Post Graduate Studies and Degrees
The M.S. is the highest qualification in the country. Only those institutions which are well equipped should be allowed to conduct M.S. training. The admission to M.S. study should be open only to those with good academic M.B.B.S. career. The subject of statistics should be apart of M.S. study. Before taking M.S. examination the students should have worked for at least three months with a Neuro-surgeon, Neurophysician and one month in the E.N.T. department The research subject should be well planned and only teachers with at least 5 years Postgraduate teaching experience should be allowed to guide research. The M.S. students should have good knowledge in all branches of ophthalmology competent to deal with any emergency. It will be to his advantage if he can visit various ophthalmic centres in the country to acquaint himself with the best that is going on in any institution. From among the M.S. students will emerge the future teachers of medical colleges and researchers. Therefore, their training must be of the highest standard. Politics must be kept away from the medical education.
The M.A.M.S. started by the academy has not made much headway and is not very popular with students. I have examined M.AM.S. students and I am in a position to suggest that there is nothing special about it. However, I am of the opinion that there must be one Postgraduate examination with same standard throughout the country.
Medical college teachers should be apointed from the very best available with brilliant academic career and not necessarily from the provincial medical service, they should have an aptitude for teaching and research. The post of the professor and the Head of the Department should be a non-practising one. It should be entirely academic cum clinical appointment. His contribution to the science may be periodically assessed. The rest of the staff may be allowed private practice in nonworking hours. Their work should be computerised at the end of the year regarding care of patients and contribution to science and teaching. Those who do not come to the expected standard should be dropped. The students should have some share in judging the ability of the teacher. It will be desirable tosub set up a fullfledged eye institution in each state. Such an institution shall be required to conduct research of the highest academic nature and be expected to solve the problems which confront us. The super specialities must have very qualified staff to train other doctors who too should have very high academic back ground. These institutions should be real centres of medical education and research.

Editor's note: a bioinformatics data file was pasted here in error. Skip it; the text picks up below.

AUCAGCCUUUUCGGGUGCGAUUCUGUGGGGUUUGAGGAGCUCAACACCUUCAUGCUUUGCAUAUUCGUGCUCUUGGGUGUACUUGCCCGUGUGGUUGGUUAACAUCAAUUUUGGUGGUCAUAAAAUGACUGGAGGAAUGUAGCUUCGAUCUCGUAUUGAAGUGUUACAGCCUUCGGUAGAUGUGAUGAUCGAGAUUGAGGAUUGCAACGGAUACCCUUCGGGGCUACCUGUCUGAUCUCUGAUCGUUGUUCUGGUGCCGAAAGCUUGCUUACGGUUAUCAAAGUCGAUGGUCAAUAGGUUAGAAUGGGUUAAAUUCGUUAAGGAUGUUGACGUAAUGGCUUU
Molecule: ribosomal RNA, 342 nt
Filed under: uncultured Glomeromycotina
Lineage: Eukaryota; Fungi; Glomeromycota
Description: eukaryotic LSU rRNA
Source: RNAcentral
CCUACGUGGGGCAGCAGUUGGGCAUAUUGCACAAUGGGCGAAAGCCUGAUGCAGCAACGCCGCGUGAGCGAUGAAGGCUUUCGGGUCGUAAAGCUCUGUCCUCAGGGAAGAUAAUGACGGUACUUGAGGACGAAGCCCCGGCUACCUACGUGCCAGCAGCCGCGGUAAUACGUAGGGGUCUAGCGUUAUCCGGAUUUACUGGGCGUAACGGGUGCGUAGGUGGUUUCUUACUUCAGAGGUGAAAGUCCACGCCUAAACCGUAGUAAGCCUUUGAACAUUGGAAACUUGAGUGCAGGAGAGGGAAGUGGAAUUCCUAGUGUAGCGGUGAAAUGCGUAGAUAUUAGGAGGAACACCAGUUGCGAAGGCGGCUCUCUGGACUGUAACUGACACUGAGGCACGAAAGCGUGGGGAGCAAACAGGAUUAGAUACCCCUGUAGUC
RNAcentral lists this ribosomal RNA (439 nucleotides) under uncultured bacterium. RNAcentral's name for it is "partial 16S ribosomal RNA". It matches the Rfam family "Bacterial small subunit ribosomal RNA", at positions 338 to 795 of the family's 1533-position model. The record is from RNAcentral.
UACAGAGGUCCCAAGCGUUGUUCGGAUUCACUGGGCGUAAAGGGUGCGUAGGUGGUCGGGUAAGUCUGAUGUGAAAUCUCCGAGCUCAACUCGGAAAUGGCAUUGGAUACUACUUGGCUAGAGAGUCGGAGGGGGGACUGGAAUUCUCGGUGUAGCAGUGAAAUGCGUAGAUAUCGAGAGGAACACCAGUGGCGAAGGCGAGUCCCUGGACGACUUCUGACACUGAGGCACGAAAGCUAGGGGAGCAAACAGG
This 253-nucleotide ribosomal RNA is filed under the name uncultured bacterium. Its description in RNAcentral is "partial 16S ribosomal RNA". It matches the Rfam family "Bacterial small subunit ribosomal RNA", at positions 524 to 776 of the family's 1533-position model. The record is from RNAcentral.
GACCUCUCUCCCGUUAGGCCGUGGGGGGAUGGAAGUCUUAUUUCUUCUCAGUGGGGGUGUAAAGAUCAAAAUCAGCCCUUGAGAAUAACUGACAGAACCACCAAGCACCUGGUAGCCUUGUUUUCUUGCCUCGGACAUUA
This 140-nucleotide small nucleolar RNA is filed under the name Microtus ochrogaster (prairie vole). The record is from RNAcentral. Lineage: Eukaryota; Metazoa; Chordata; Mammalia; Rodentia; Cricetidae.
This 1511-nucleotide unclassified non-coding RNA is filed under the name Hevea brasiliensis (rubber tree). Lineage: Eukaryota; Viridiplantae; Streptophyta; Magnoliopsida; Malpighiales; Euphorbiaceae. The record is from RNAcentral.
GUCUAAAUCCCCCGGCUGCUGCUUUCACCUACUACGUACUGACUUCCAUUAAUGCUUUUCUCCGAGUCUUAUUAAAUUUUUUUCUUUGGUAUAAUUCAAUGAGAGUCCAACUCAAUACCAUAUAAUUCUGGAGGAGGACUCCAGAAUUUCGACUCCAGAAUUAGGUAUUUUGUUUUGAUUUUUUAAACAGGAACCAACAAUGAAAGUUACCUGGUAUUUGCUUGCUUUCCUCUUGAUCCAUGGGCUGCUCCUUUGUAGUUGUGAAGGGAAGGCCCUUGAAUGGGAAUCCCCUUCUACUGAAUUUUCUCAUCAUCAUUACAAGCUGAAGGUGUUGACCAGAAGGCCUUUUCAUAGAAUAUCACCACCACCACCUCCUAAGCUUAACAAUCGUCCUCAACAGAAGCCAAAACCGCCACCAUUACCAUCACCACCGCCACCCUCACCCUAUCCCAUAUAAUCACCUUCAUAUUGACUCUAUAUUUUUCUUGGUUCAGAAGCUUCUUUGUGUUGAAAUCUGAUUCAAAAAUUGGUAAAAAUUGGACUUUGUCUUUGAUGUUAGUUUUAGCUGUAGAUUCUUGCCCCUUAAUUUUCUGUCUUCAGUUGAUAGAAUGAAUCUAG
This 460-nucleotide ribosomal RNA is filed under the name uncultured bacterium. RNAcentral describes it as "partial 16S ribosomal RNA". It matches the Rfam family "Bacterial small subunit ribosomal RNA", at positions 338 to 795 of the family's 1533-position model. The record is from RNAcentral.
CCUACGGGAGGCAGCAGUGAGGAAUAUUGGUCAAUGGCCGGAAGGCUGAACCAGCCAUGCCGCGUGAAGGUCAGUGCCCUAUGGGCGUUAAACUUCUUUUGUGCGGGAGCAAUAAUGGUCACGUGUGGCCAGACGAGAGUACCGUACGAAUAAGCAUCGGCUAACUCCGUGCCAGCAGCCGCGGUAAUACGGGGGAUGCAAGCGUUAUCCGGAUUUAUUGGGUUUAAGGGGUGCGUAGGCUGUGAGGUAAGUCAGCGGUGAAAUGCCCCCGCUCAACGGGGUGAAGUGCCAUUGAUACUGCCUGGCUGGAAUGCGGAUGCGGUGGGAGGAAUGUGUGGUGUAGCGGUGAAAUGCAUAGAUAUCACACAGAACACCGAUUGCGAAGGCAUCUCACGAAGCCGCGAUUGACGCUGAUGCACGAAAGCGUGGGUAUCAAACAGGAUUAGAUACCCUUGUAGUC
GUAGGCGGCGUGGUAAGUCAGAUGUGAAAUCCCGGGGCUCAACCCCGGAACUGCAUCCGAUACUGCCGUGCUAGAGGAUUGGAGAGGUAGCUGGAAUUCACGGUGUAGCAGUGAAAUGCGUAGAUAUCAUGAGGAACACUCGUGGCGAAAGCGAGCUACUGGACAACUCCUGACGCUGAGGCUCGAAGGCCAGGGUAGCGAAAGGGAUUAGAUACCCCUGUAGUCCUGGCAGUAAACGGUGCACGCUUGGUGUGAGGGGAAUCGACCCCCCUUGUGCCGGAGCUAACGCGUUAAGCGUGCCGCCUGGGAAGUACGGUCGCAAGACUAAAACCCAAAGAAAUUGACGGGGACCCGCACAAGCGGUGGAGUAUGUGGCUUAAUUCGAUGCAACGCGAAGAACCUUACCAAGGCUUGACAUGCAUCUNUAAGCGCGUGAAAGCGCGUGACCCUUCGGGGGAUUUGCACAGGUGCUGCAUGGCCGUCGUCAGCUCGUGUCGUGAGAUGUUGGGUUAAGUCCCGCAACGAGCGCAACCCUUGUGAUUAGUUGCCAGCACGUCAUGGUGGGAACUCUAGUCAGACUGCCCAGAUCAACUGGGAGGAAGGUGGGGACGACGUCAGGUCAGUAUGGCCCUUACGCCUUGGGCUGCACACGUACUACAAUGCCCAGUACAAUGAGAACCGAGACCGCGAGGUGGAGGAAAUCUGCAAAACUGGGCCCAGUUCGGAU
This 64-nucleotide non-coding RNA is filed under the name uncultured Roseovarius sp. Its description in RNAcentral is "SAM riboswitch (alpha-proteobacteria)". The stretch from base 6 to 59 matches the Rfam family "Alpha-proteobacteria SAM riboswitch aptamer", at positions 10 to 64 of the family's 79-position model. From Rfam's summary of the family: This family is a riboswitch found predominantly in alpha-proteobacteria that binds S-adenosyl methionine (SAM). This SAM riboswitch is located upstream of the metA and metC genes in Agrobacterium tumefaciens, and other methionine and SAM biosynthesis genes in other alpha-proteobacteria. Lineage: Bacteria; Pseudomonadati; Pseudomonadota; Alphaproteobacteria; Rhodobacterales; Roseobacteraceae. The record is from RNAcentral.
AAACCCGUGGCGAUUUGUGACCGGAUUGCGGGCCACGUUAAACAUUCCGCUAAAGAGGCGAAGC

It is high time that a teacher forum be established under the society to make possible enlightened consideration of the problem of research, advancement of education in the field of ophthalmology and standards of Post graduate education.
The de-recognition of our degree by the more advanced countries should be a matter of the highest concern to the profession. In recent years a number of medical colleges with poor equipment, inadequate hospital facilities and ill qualified teachers have sprung up. There has been a mushroom growth of such colleges. The accrediting system provided in the country has proved too weak. It may be advisable to have a medical university in the states which have a number of colleges. The university should insist on a minimum standard. However, to recognise that this will depend on the attitude of the Government concerned and therefore, I have said earlier that politics must not enter medical education.
There has been a terrific advancement in medical science in the past few years if we do not catch up, very soon we shall be left far behind.
Argon Laser for Glaucoma